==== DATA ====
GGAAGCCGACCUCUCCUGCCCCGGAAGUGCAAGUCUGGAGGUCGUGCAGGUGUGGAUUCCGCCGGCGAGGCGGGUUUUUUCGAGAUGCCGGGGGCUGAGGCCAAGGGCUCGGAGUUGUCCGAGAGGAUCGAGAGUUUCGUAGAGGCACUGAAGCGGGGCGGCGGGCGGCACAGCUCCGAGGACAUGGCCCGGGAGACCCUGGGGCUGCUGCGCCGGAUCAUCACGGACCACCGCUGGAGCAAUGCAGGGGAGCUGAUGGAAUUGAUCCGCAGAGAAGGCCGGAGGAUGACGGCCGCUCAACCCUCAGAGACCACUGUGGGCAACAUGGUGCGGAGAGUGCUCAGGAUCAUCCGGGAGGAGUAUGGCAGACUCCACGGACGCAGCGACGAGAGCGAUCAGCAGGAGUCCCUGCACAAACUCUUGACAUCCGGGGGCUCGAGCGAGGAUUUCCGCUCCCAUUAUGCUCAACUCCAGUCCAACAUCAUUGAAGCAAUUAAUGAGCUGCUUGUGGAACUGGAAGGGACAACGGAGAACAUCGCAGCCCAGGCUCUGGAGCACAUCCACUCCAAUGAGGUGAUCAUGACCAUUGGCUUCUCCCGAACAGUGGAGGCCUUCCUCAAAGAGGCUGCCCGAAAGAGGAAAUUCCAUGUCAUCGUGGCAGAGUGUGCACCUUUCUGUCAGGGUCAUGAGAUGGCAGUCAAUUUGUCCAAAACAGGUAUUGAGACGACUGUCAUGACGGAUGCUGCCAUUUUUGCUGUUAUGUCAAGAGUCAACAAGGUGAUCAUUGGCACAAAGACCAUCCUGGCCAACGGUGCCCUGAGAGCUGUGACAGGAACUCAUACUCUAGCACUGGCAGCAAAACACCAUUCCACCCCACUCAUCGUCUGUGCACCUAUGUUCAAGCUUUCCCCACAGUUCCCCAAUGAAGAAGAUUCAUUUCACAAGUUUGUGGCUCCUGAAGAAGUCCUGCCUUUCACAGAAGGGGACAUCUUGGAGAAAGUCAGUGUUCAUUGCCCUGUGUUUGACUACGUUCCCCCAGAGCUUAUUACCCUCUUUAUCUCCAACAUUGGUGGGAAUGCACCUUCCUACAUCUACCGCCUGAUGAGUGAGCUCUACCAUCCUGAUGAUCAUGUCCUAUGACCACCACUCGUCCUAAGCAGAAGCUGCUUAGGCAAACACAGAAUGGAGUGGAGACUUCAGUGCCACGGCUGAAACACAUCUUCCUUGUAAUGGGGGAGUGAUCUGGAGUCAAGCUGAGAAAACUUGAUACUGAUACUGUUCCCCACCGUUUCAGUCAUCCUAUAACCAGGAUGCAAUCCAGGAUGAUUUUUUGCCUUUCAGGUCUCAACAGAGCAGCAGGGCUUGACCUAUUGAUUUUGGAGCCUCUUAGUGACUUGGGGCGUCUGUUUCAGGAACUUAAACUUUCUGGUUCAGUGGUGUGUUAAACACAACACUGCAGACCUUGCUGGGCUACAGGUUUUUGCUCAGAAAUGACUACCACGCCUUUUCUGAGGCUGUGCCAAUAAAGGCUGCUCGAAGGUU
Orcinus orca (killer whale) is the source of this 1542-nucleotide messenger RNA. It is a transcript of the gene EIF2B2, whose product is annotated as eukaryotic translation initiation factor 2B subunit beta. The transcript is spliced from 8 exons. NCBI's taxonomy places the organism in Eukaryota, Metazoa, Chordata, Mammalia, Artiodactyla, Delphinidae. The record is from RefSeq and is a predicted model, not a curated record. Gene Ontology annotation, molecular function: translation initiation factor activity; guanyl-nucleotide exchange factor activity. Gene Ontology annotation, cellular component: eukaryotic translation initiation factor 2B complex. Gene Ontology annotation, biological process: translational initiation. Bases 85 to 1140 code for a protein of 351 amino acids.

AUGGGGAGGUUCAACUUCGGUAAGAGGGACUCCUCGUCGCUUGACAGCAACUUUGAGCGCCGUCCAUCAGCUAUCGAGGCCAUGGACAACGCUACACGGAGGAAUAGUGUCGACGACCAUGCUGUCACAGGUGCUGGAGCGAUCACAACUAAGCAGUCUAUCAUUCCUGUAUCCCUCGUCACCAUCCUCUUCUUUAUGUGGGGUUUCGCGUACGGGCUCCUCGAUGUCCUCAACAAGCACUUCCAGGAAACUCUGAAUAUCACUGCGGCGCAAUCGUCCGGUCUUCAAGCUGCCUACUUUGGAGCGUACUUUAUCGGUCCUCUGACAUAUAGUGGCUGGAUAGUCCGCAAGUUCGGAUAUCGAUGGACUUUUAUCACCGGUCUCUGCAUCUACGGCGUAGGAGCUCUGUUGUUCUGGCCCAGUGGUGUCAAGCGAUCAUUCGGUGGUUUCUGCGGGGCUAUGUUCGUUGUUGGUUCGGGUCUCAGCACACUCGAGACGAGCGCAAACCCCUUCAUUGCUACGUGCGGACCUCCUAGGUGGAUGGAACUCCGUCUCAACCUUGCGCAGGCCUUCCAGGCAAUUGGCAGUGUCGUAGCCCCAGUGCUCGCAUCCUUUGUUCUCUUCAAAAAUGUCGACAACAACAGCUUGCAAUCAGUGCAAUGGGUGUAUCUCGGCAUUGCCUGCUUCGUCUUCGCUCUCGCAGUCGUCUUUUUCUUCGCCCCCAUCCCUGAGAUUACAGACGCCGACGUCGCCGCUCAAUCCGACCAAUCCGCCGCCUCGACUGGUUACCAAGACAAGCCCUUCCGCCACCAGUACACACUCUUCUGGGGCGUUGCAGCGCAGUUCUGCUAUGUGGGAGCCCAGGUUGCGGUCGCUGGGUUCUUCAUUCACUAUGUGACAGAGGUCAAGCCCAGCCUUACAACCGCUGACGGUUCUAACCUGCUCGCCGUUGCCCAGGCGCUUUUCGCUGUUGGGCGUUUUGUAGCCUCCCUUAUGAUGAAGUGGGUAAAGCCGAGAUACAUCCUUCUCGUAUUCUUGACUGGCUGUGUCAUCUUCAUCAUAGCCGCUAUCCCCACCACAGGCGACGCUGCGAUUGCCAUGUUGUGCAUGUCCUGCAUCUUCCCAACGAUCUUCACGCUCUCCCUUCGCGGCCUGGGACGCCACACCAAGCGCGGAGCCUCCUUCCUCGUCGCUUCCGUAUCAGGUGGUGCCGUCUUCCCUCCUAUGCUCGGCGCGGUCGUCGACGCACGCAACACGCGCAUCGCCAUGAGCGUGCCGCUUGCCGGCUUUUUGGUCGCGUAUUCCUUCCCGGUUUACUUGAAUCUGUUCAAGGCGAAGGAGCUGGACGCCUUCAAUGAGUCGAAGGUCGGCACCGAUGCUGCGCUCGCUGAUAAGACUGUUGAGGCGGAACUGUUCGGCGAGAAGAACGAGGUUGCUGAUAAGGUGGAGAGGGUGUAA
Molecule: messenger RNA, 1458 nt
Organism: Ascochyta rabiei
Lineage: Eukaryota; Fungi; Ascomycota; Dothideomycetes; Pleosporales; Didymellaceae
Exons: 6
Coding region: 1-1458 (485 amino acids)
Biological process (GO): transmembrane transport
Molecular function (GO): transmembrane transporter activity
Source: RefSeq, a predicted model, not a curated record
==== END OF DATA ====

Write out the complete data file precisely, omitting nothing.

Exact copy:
GGAAGCCGACCUCUCCUGCCCCGGAAGUGCAAGUCUGGAGGUCGUGCAGGUGUGGAUUCCGCCGGCGAGGCGGGUUUUUUCGAGAUGCCGGGGGCUGAGGCCAAGGGCUCGGAGUUGUCCGAGAGGAUCGAGAGUUUCGUAGAGGCACUGAAGCGGGGCGGCGGGCGGCACAGCUCCGAGGACAUGGCCCGGGAGACCCUGGGGCUGCUGCGCCGGAUCAUCACGGACCACCGCUGGAGCAAUGCAGGGGAGCUGAUGGAAUUGAUCCGCAGAGAAGGCCGGAGGAUGACGGCCGCUCAACCCUCAGAGACCACUGUGGGCAACAUGGUGCGGAGAGUGCUCAGGAUCAUCCGGGAGGAGUAUGGCAGACUCCACGGACGCAGCGACGAGAGCGAUCAGCAGGAGUCCCUGCACAAACUCUUGACAUCCGGGGGCUCGAGCGAGGAUUUCCGCUCCCAUUAUGCUCAACUCCAGUCCAACAUCAUUGAAGCAAUUAAUGAGCUGCUUGUGGAACUGGAAGGGACAACGGAGAACAUCGCAGCCCAGGCUCUGGAGCACAUCCACUCCAAUGAGGUGAUCAUGACCAUUGGCUUCUCCCGAACAGUGGAGGCCUUCCUCAAAGAGGCUGCCCGAAAGAGGAAAUUCCAUGUCAUCGUGGCAGAGUGUGCACCUUUCUGUCAGGGUCAUGAGAUGGCAGUCAAUUUGUCCAAAACAGGUAUUGAGACGACUGUCAUGACGGAUGCUGCCAUUUUUGCUGUUAUGUCAAGAGUCAACAAGGUGAUCAUUGGCACAAAGACCAUCCUGGCCAACGGUGCCCUGAGAGCUGUGACAGGAACUCAUACUCUAGCACUGGCAGCAAAACACCAUUCCACCCCACUCAUCGUCUGUGCACCUAUGUUCAAGCUUUCCCCACAGUUCCCCAAUGAAGAAGAUUCAUUUCACAAGUUUGUGGCUCCUGAAGAAGUCCUGCCUUUCACAGAAGGGGACAUCUUGGAGAAAGUCAGUGUUCAUUGCCCUGUGUUUGACUACGUUCCCCCAGAGCUUAUUACCCUCUUUAUCUCCAACAUUGGUGGGAAUGCACCUUCCUACAUCUACCGCCUGAUGAGUGAGCUCUACCAUCCUGAUGAUCAUGUCCUAUGACCACCACUCGUCCUAAGCAGAAGCUGCUUAGGCAAACACAGAAUGGAGUGGAGACUUCAGUGCCACGGCUGAAACACAUCUUCCUUGUAAUGGGGGAGUGAUCUGGAGUCAAGCUGAGAAAACUUGAUACUGAUACUGUUCCCCACCGUUUCAGUCAUCCUAUAACCAGGAUGCAAUCCAGGAUGAUUUUUUGCCUUUCAGGUCUCAACAGAGCAGCAGGGCUUGACCUAUUGAUUUUGGAGCCUCUUAGUGACUUGGGGCGUCUGUUUCAGGAACUUAAACUUUCUGGUUCAGUGGUGUGUUAAACACAACACUGCAGACCUUGCUGGGCUACAGGUUUUUGCUCAGAAAUGACUACCACGCCUUUUCUGAGGCUGUGCCAAUAAAGGCUGCUCGAAGGUU
Orcinus orca (killer whale) is the source of this 1542-nucleotide messenger RNA. It is a transcript of the gene EIF2B2, whose product is annotated as eukaryotic translation initiation factor 2B subunit beta. The transcript is spliced from 8 exons. NCBI's taxonomy places the organism in Eukaryota, Metazoa, Chordata, Mammalia, Artiodactyla, Delphinidae. The record is from RefSeq and is a predicted model, not a curated record. Gene Ontology annotation, molecular function: translation initiation factor activity; guanyl-nucleotide exchange factor activity. Gene Ontology annotation, cellular component: eukaryotic translation initiation factor 2B complex. Gene Ontology annotation, biological process: translational initiation. Bases 85 to 1140 code for a protein of 351 amino acids.

AUGGGGAGGUUCAACUUCGGUAAGAGGGACUCCUCGUCGCUUGACAGCAACUUUGAGCGCCGUCCAUCAGCUAUCGAGGCCAUGGACAACGCUACACGGAGGAAUAGUGUCGACGACCAUGCUGUCACAGGUGCUGGAGCGAUCACAACUAAGCAGUCUAUCAUUCCUGUAUCCCUCGUCACCAUCCUCUUCUUUAUGUGGGGUUUCGCGUACGGGCUCCUCGAUGUCCUCAACAAGCACUUCCAGGAAACUCUGAAUAUCACUGCGGCGCAAUCGUCCGGUCUUCAAGCUGCCUACUUUGGAGCGUACUUUAUCGGUCCUCUGACAUAUAGUGGCUGGAUAGUCCGCAAGUUCGGAUAUCGAUGGACUUUUAUCACCGGUCUCUGCAUCUACGGCGUAGGAGCUCUGUUGUUCUGGCCCAGUGGUGUCAAGCGAUCAUUCGGUGGUUUCUGCGGGGCUAUGUUCGUUGUUGGUUCGGGUCUCAGCACACUCGAGACGAGCGCAAACCCCUUCAUUGCUACGUGCGGACCUCCUAGGUGGAUGGAACUCCGUCUCAACCUUGCGCAGGCCUUCCAGGCAAUUGGCAGUGUCGUAGCCCCAGUGCUCGCAUCCUUUGUUCUCUUCAAAAAUGUCGACAACAACAGCUUGCAAUCAGUGCAAUGGGUGUAUCUCGGCAUUGCCUGCUUCGUCUUCGCUCUCGCAGUCGUCUUUUUCUUCGCCCCCAUCCCUGAGAUUACAGACGCCGACGUCGCCGCUCAAUCCGACCAAUCCGCCGCCUCGACUGGUUACCAAGACAAGCCCUUCCGCCACCAGUACACACUCUUCUGGGGCGUUGCAGCGCAGUUCUGCUAUGUGGGAGCCCAGGUUGCGGUCGCUGGGUUCUUCAUUCACUAUGUGACAGAGGUCAAGCCCAGCCUUACAACCGCUGACGGUUCUAACCUGCUCGCCGUUGCCCAGGCGCUUUUCGCUGUUGGGCGUUUUGUAGCCUCCCUUAUGAUGAAGUGGGUAAAGCCGAGAUACAUCCUUCUCGUAUUCUUGACUGGCUGUGUCAUCUUCAUCAUAGCCGCUAUCCCCACCACAGGCGACGCUGCGAUUGCCAUGUUGUGCAUGUCCUGCAUCUUCCCAACGAUCUUCACGCUCUCCCUUCGCGGCCUGGGACGCCACACCAAGCGCGGAGCCUCCUUCCUCGUCGCUUCCGUAUCAGGUGGUGCCGUCUUCCCUCCUAUGCUCGGCGCGGUCGUCGACGCACGCAACACGCGCAUCGCCAUGAGCGUGCCGCUUGCCGGCUUUUUGGUCGCGUAUUCCUUCCCGGUUUACUUGAAUCUGUUCAAGGCGAAGGAGCUGGACGCCUUCAAUGAGUCGAAGGUCGGCACCGAUGCUGCGCUCGCUGAUAAGACUGUUGAGGCGGAACUGUUCGGCGAGAAGAACGAGGUUGCUGAUAAGGUGGAGAGGGUGUAA
Molecule: messenger RNA, 1458 nt
Organism: Ascochyta rabiei
Lineage: Eukaryota; Fungi; Ascomycota; Dothideomycetes; Pleosporales; Didymellaceae
Exons: 6
Coding region: 1-1458 (485 amino acids)
Biological process (GO): transmembrane transport
Molecular function (GO): transmembrane transporter activity
Source: RefSeq, a predicted model, not a curated record